In this tutorial, you will be learning the fundamentals of the Copperplate script from an insanely talented calligrapher, and a truly hard working and dedicated artist.
Tri Le (a.k.a @tri.shiba) is an exceptional artist that excels on so many different levels, and it’s a real honor to have him sharing some of his knowledge and experience.
Big thanks to Tri Le for taking the time out of his busy schedule and for contributing to our growing community.
Let’s have a quick overview of what you will be learning in this article/tutorial –
- Tools and materials needed
- Preparations – how to hold your pen & how to sit
- Sizing and angles of the Copperplate script
- Writing rules and basic strokes
- FREE downloadable practice sheets
- A few extra tips + additional resources
- Final words
Quick note – Of course, it’s impossible to fit everything about the Copperplate script in a single article, so keep in mind that this is just a beginners guide covering the very basics.
Tools and materials needed
Before we jump right into the writing part, let’s have a quick overview of the tools that we need in order to practice the Copperplate script.
In traditional Calligraphy, the fundamental and specialized tools are –
- The pen holder
- And paper.
Here are some of my personal recommendations –
Pen holder – There are two main types of pen holders.
When we work with a highly slanted script like Copperplate (we will refer to this later in the article), we should use an oblique pen holder – simply because it is much more comfortable and easier to work with.
(handcrafted pen holders can be purchased from some Penmen)
Nib recommendation –
Keep in mind – new nibs are usually coated with a protective (transparent) layer, and you must prepare (clean) the nibs before you can use them – otherwise, the ink will just slip right off making it impossible to write with.
There are different ways of preparing your nibs, and the process is quite straight forward.
One way is to simply take some rubbing alcohol and rub it all over the nib, then you can just wash it off and dry it with a paper towel.
Ink recommendation –
Paper recommendation –
Practice paper can be ordinary art paper which is low absorbent (means it will not cause the ink to bleed) or paper of these following brands –
- Strathmore (Patchment)
- Strathmore (Watercolor – Smooth surface)
- Saunders Waterford (Watercolor – Smooth surface)
- A cheaper alternative (for practice) – HP premium 32
In addition to these specialized tools, we also need additional supplies including –
Holding a pen correctly
Everyone has a different way to hold a pen due to their natural instinct.
However, in Calligraphy, holding a pen correctly is a critical factor that ensures smoothness while writing, and also prevents pain that can be caused for long periods of writing.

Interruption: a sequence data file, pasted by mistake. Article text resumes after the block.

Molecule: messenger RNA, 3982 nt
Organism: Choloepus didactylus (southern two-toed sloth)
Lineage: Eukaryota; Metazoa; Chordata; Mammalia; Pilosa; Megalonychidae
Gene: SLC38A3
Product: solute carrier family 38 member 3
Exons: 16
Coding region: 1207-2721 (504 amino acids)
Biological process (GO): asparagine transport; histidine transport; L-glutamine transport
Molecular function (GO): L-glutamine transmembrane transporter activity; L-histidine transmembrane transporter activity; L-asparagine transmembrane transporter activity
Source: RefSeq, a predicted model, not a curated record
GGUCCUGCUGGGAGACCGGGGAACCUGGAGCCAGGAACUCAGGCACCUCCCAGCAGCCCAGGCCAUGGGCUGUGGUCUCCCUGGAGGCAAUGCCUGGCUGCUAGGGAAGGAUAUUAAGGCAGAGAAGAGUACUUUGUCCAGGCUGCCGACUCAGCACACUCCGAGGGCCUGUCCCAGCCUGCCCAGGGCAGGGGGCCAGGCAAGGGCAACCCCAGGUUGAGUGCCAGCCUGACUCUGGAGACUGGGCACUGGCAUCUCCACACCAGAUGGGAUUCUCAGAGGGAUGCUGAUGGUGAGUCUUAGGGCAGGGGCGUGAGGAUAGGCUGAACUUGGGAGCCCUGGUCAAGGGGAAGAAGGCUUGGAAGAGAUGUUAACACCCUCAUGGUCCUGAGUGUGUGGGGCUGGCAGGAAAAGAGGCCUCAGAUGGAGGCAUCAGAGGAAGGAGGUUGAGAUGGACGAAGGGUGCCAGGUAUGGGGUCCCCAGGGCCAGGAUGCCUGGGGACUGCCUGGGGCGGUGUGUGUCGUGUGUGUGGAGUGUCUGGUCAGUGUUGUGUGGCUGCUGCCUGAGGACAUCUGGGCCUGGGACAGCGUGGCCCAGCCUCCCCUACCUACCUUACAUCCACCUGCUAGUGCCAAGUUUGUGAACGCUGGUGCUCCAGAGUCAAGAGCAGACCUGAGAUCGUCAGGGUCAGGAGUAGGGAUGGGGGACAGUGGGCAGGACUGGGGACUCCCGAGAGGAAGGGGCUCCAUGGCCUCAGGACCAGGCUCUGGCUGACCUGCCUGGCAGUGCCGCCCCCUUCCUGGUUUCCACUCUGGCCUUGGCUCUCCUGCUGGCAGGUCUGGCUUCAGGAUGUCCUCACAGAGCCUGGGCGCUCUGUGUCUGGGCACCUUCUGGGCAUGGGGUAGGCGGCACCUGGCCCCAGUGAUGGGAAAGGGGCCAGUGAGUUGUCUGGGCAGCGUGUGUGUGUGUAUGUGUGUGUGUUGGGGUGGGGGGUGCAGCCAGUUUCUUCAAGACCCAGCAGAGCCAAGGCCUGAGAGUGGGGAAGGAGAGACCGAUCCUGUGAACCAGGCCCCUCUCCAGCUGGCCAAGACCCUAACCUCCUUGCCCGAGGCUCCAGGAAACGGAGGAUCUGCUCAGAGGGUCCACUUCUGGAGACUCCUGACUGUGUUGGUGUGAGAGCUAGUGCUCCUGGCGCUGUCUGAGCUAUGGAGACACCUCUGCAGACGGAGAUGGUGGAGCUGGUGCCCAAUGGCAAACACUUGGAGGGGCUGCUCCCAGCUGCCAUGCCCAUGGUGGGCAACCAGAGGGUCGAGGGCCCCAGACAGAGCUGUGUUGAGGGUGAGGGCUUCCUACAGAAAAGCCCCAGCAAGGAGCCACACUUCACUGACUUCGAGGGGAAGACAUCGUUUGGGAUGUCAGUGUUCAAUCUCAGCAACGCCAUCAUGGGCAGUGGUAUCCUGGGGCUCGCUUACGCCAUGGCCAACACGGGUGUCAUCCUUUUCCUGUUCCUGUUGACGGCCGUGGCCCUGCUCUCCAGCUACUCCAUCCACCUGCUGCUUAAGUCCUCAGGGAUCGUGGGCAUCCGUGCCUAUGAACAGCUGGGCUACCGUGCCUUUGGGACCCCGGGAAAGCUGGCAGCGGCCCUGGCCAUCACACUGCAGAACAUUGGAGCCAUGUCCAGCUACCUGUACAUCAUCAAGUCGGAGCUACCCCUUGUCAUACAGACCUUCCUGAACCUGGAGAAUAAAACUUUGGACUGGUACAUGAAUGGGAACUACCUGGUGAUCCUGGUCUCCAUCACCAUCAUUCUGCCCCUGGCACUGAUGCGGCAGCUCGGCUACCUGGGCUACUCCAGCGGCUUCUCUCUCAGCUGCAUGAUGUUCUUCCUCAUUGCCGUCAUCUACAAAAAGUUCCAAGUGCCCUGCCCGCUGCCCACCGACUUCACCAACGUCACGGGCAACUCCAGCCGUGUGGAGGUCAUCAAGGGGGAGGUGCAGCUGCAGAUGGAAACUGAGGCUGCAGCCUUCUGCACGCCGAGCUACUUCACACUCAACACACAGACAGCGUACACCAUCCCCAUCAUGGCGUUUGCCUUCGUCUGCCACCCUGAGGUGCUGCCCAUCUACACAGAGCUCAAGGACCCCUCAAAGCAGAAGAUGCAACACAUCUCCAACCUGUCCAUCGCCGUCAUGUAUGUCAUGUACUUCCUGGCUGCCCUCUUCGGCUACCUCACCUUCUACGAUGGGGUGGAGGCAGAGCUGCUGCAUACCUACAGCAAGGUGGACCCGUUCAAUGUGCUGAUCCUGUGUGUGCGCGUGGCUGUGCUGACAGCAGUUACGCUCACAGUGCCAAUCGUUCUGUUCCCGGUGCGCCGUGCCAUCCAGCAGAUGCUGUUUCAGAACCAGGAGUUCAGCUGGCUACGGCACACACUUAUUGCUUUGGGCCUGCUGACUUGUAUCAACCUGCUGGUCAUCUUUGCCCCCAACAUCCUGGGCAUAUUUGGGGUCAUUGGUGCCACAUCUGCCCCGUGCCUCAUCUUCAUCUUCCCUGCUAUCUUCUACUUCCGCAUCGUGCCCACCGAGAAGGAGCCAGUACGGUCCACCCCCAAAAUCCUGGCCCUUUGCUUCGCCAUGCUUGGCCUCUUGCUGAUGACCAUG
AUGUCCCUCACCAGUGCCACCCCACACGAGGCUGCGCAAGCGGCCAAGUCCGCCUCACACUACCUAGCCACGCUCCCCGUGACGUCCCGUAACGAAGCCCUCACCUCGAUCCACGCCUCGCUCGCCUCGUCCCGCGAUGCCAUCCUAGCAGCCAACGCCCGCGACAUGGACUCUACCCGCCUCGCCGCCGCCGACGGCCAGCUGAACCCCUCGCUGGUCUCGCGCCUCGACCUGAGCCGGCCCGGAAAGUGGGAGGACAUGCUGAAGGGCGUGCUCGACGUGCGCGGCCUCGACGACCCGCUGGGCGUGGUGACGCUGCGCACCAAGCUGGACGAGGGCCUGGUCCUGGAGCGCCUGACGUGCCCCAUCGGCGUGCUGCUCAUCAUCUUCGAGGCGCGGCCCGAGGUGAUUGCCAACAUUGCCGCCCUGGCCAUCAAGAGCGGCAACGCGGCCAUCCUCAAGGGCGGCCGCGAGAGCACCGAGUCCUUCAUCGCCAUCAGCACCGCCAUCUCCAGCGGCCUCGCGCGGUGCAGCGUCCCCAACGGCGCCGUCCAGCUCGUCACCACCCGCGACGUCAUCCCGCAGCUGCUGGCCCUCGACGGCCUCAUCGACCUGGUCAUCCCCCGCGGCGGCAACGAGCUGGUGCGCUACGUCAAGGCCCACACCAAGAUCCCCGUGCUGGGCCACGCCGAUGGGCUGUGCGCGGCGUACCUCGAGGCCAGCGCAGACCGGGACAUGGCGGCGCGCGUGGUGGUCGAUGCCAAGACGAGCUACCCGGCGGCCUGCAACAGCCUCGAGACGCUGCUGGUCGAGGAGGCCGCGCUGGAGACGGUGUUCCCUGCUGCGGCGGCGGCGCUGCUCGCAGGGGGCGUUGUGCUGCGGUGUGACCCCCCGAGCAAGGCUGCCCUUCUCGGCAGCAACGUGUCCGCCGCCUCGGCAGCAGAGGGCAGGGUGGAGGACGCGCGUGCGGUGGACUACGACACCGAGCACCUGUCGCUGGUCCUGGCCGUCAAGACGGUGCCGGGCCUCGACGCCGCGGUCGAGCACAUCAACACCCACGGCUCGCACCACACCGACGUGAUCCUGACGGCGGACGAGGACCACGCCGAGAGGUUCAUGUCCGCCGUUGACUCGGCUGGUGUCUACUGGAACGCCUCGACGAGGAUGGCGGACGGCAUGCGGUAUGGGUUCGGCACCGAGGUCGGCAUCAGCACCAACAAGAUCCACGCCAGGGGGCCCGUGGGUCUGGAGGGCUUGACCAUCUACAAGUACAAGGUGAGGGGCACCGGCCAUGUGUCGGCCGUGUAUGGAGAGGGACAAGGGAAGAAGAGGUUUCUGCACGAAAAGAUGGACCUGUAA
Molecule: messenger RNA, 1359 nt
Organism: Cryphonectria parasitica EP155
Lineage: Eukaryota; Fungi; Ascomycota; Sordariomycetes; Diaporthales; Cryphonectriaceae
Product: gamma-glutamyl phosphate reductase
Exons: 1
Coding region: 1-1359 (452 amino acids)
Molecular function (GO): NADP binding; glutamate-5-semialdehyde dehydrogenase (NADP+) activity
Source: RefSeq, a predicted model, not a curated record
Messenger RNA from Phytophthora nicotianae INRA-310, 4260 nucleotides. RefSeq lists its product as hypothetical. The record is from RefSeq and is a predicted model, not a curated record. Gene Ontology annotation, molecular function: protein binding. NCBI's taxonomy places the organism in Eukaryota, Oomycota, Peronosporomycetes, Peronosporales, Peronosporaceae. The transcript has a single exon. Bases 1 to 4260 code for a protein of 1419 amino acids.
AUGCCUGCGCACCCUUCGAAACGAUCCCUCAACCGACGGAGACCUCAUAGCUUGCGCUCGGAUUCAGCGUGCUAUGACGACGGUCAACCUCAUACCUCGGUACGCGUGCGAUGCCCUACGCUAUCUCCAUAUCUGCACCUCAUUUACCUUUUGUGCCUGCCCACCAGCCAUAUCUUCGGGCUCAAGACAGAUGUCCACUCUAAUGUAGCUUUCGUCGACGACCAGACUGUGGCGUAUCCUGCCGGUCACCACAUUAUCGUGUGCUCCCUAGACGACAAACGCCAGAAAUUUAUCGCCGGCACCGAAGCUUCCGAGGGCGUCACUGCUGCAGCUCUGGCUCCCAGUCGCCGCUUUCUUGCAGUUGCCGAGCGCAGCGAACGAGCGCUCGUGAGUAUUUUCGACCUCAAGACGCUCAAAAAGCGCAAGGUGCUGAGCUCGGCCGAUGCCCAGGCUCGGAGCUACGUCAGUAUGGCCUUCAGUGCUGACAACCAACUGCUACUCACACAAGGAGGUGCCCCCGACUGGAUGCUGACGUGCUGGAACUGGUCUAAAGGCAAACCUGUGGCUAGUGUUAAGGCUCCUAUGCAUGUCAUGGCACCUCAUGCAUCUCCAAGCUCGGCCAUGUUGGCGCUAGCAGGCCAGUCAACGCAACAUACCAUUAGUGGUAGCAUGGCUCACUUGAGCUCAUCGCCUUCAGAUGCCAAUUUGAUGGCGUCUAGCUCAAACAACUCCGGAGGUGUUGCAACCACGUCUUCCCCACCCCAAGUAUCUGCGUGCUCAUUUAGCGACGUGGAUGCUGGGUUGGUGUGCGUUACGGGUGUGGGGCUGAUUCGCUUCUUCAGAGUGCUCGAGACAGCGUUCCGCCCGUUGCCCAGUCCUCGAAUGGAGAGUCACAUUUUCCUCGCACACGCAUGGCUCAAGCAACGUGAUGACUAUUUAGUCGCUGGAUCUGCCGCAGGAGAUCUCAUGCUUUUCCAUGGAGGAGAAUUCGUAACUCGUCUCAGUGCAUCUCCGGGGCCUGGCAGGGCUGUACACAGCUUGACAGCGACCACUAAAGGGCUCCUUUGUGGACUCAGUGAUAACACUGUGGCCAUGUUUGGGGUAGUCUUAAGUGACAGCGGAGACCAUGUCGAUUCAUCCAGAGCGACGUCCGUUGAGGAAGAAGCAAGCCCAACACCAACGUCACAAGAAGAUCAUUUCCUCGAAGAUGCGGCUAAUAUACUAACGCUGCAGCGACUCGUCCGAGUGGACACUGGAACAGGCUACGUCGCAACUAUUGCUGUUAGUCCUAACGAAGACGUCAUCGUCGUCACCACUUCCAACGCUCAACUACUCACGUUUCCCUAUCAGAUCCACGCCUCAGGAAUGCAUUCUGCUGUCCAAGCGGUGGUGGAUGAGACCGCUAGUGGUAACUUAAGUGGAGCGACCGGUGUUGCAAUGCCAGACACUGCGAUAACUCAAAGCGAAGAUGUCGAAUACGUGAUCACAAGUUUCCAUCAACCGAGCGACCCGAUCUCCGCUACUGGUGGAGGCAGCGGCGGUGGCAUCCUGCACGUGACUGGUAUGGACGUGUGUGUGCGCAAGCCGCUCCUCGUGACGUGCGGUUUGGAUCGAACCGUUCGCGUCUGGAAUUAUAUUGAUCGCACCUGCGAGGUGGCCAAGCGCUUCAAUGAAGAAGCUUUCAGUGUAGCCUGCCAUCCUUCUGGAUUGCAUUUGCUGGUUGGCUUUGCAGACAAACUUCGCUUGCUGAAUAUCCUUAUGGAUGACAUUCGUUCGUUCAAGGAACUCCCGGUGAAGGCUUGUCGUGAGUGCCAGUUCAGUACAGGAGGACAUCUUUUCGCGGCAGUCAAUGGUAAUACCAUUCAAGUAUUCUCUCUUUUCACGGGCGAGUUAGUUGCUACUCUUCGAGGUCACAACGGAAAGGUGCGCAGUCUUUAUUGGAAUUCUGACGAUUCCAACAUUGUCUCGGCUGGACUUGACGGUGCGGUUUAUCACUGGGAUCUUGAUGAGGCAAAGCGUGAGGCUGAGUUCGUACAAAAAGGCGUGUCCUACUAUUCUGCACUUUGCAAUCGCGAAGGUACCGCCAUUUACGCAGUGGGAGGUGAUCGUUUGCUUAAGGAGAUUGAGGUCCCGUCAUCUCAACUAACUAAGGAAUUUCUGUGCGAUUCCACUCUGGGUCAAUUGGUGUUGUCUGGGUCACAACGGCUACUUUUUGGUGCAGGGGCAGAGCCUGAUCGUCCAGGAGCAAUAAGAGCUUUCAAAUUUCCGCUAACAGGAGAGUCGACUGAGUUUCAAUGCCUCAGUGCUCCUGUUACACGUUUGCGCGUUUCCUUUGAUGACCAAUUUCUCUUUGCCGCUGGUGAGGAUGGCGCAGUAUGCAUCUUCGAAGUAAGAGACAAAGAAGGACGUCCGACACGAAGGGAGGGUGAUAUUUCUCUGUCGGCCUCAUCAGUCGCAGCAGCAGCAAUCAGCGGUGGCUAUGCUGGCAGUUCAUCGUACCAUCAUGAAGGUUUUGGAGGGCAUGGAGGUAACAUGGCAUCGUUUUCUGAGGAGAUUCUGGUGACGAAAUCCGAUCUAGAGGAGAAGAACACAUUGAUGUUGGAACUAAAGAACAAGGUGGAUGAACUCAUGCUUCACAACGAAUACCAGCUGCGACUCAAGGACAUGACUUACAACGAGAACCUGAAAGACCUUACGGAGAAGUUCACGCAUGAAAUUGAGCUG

It also maintains rhythm and consistent writing speed.
Let’s have a look at how to hold the pen correctly –
Place the index finger on the tip of the pen holder so that the forefinger is placed facing down in the same direction of the nib.
Keep the pen holder at the third joint of the index finger (metacarpophalangeal joint)
Place the thumb on the left side of the pen holder so that the thumb is detached from the index finger.
The tip of the thumb is at the position of the first joint of the index finger.
Place the middle finger on the right side of the pen holder.
The first joint of the middle finger comes in contact with the pen holder.
The ring finger and the pinky curls inwards, place next to the middle finger.
They are the two fingers to lean against the paper surface when writing.
How to sit correctly – the importance of posture
Posture is something that is often overlooked by beginners, yet it plays an important role, and it directly affects the way you write.
Posture affects eyesight and body balance as you write, and below are some notes for posturing:
- Keep your back and neck up straight, slightly lean towards the upper part of your body
- Put both feet on the floor with your knees at a right angle (90º) to balance
- Place both arms on the table when writing, the right hand holding the pen and the left hand holding the paper
- Keep your elbows perpendicular and place them on the edge of the table (do not write on a round table)
I highly recommend you checking out this video by Paul Antonio where he covers the topic more in-depth, and you can also have a visual example of how to sit correctly.
Sizing and angles of the Copperplate script
Sizing is another crucial aspect when it comes to the Copperplate script.
There isn’t a fixed size of the letters, however, maintaining the ratio is the most essential element.
General letter height structure is divided into 3 parts –
- The central body part is also known as the ‘’x-height’’ – determines the size of the minuscules (lowercase letters)
- The bottom part is for descenders
- The top portion is for ascenders.
Keep in mind – The ratio of letter height in Copperplate is 1.5x: x: 1.5x
– Below you can see an example
Partial description –